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A Punk Daydream is a film that raises questions about our identity in society, and our spiritual connection to earth, through a surreal interpretation of punk and tribal culture, guided by the rich sounds of Indonesia from punk music to traditional gamelan and experimental music.
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HOW WILL DONATIONS BE USED?
Many characters of this film have been jailed alongside other local punks under unfair circumstances over minor offences just because of their alternate appearance and existing stereotypes that repudiate and disown the punk community.
Jails in Indonesia are dangerous places, where overcrowding commonly occurs and basic needs are often overlooked or ignored. Your donation will directly help the people of this documentary who are currently imprisoned access better health, nutrition, and clothing to improve their living standard while facing inhumane conditions and treatment in the Indonesian prison system. Your donation will also allow them to obtain better legal advise in their fight to prove their innocence and free themselves from unjust and arbitrary charges.
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LEARN ABOUT THE FILM
Indonesia, the country I shed my blood to defend. Left to fend for themselves on the fringes of a society and family that have stigmatized them, Jakarta’s young punks speak up. The conflict of teen punk Eka with his parents is driven by an intense quest for individual freedom. Meanwhile, not so far away, at one with the land and embracing similar ideals are the local traditional tribes, who have found freedom in perfect tune with nature, but struggle to maintain their identity.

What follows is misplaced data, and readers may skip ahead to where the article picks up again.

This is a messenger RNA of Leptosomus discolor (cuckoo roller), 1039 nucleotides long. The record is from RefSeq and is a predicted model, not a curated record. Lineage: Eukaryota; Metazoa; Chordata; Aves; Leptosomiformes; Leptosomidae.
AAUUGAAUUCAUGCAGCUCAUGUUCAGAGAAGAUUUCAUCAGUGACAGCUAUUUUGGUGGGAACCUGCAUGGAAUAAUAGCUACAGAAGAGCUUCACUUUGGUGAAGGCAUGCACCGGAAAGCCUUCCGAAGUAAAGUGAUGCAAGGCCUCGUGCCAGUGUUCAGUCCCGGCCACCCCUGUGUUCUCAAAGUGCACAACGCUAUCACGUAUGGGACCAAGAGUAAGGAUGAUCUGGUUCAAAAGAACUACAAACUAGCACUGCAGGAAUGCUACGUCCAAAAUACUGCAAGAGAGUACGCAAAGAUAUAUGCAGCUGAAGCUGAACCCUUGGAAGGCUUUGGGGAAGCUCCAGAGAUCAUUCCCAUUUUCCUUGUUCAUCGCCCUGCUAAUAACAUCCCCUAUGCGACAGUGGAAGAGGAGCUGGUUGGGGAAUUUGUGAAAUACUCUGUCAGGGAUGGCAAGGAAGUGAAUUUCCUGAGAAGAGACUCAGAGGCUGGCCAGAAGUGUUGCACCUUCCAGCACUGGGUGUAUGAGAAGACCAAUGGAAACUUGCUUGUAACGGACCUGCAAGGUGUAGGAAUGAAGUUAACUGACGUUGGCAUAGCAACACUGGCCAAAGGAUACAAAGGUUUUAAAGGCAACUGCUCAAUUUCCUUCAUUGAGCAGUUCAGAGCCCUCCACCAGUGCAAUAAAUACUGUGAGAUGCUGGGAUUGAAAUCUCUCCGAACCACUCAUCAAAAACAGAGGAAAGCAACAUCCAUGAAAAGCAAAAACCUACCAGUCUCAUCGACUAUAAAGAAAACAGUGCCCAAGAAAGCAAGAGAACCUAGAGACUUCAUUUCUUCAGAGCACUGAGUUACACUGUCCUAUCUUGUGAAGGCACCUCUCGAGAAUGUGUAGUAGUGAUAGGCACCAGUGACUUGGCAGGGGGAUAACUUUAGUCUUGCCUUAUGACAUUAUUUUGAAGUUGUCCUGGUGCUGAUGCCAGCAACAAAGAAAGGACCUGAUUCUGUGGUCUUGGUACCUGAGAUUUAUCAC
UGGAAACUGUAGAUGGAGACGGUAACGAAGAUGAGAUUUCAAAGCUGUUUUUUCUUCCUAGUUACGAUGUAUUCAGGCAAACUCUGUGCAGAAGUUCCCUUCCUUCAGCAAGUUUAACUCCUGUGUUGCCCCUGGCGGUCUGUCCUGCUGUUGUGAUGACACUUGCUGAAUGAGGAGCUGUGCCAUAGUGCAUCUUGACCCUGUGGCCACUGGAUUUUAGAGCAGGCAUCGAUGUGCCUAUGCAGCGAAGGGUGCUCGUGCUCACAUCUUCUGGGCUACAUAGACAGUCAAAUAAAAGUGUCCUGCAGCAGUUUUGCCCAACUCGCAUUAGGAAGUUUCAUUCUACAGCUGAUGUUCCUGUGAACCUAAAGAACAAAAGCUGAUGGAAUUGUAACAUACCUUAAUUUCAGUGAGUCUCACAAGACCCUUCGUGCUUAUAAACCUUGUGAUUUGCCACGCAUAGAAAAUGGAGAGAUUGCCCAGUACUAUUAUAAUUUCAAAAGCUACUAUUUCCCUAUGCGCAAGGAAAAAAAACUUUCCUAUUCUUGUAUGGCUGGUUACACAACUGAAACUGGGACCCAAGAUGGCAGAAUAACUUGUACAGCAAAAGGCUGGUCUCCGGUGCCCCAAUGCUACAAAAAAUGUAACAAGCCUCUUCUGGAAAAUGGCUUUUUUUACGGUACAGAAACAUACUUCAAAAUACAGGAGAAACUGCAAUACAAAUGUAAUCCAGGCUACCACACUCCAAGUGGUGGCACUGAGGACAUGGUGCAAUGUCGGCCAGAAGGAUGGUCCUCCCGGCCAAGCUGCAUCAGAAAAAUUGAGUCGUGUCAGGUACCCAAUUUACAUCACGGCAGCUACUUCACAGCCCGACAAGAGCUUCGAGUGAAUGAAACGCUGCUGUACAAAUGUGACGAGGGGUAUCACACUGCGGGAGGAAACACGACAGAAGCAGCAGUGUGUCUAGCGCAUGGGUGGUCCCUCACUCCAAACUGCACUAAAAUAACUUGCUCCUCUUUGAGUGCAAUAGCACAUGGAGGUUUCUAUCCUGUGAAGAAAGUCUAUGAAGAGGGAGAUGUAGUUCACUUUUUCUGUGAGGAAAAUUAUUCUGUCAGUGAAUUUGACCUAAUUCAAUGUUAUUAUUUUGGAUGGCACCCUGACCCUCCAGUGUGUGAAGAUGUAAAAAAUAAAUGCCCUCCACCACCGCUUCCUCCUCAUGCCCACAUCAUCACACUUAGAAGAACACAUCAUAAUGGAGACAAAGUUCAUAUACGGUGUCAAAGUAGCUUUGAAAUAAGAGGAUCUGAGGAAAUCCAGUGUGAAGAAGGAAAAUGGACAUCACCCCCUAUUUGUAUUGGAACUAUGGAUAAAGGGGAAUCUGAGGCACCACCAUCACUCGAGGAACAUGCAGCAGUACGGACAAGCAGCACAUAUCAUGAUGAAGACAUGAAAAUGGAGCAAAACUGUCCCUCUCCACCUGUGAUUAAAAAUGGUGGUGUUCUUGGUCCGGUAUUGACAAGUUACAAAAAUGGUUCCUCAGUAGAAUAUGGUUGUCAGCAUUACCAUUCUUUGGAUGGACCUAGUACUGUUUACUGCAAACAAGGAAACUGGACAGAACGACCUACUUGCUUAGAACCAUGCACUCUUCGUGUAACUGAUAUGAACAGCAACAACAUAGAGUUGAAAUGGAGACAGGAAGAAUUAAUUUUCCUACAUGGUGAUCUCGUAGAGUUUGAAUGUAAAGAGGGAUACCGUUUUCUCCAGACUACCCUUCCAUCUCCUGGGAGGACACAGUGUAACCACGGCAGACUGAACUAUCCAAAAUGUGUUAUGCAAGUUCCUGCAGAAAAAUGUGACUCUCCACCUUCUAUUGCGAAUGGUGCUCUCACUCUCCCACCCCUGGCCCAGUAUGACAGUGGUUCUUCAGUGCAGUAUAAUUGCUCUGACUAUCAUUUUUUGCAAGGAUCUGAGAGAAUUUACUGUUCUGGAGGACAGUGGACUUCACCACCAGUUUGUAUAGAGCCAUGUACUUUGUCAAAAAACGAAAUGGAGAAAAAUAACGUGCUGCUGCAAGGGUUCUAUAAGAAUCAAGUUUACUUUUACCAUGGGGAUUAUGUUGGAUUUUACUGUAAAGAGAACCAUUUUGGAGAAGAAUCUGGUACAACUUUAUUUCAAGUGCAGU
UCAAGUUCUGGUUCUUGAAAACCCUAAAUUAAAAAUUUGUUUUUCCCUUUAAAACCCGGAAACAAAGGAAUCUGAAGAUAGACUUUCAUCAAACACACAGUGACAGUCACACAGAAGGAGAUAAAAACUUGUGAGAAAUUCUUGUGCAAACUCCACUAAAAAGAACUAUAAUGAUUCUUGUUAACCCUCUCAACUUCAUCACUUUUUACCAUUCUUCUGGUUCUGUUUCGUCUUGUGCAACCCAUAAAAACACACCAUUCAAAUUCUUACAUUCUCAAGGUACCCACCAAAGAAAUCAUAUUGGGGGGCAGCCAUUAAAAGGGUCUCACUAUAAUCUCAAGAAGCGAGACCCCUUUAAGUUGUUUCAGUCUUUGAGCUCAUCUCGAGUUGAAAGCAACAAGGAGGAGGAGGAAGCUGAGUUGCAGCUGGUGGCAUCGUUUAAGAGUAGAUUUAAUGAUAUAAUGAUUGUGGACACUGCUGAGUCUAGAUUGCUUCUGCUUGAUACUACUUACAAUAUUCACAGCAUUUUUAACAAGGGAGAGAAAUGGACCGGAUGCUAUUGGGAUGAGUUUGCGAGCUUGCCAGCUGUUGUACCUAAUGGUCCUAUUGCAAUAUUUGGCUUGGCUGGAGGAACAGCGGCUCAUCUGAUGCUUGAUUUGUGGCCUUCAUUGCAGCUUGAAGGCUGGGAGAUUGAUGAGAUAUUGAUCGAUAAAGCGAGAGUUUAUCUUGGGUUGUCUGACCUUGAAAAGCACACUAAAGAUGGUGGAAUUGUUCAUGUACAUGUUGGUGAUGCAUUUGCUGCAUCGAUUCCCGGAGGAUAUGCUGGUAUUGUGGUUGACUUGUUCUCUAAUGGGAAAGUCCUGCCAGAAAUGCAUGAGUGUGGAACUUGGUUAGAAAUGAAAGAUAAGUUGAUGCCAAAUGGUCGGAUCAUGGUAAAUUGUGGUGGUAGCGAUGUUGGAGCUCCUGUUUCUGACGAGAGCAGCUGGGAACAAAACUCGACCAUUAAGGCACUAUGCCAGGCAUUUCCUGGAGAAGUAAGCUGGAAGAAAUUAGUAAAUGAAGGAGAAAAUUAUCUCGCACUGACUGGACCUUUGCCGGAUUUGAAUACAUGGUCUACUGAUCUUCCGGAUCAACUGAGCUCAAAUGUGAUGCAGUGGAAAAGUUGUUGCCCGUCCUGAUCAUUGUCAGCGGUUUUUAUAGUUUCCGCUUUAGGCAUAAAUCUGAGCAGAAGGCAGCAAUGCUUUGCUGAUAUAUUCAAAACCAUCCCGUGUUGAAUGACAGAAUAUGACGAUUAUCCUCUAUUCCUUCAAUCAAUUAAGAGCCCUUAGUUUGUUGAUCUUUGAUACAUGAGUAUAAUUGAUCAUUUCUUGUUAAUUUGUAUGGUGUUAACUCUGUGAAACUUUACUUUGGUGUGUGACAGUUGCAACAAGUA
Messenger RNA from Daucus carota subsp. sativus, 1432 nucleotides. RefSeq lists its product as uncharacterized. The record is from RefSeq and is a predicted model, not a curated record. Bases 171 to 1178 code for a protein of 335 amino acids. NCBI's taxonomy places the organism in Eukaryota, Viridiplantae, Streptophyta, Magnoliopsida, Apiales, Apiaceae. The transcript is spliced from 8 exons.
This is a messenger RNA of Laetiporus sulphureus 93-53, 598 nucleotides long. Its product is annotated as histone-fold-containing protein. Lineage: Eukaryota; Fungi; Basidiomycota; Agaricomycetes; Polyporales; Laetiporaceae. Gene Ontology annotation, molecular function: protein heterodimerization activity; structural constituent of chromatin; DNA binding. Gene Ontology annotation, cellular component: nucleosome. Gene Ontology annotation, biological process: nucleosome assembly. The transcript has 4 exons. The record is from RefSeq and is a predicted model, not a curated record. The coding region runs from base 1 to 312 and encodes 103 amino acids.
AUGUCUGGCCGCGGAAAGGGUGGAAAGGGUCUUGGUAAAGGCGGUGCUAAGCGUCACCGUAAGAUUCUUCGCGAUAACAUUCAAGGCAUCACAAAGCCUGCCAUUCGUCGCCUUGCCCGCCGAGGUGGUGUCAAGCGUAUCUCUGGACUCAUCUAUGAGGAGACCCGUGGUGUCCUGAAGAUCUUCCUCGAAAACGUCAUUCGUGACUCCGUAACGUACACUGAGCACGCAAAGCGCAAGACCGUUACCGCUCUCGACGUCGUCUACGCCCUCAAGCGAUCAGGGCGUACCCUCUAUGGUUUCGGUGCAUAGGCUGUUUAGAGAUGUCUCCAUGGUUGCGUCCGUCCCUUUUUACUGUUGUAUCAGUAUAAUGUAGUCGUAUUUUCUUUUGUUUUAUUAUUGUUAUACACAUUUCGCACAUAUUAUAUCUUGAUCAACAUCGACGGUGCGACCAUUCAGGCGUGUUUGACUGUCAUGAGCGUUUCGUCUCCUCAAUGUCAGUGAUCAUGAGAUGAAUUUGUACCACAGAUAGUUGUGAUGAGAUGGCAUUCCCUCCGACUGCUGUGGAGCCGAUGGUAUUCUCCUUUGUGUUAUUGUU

Set against the backdrop of Jakarta’s slums, muslim punks express their displacement and powerless reality in the most polluted areas of the city, while the tribes of Indonesia express their pain of losing more forest to capitalism. As both communities live on the edge of society and reflect upon it, we embark on a journey to discover what it means to have a place called home, and to belong somewhere.
Teen punk Eka has not seen his mother in many years, but believes he can go home again if he proves his success in life to his father who is a military colonel. His fantasy of coming home again is part of a greater theme on tattoo stigma, aimed at the heart of punk identity which at odds with the surrounding reality.
Eka and his friend Edo looking for a way to make sense of society, and their role in it.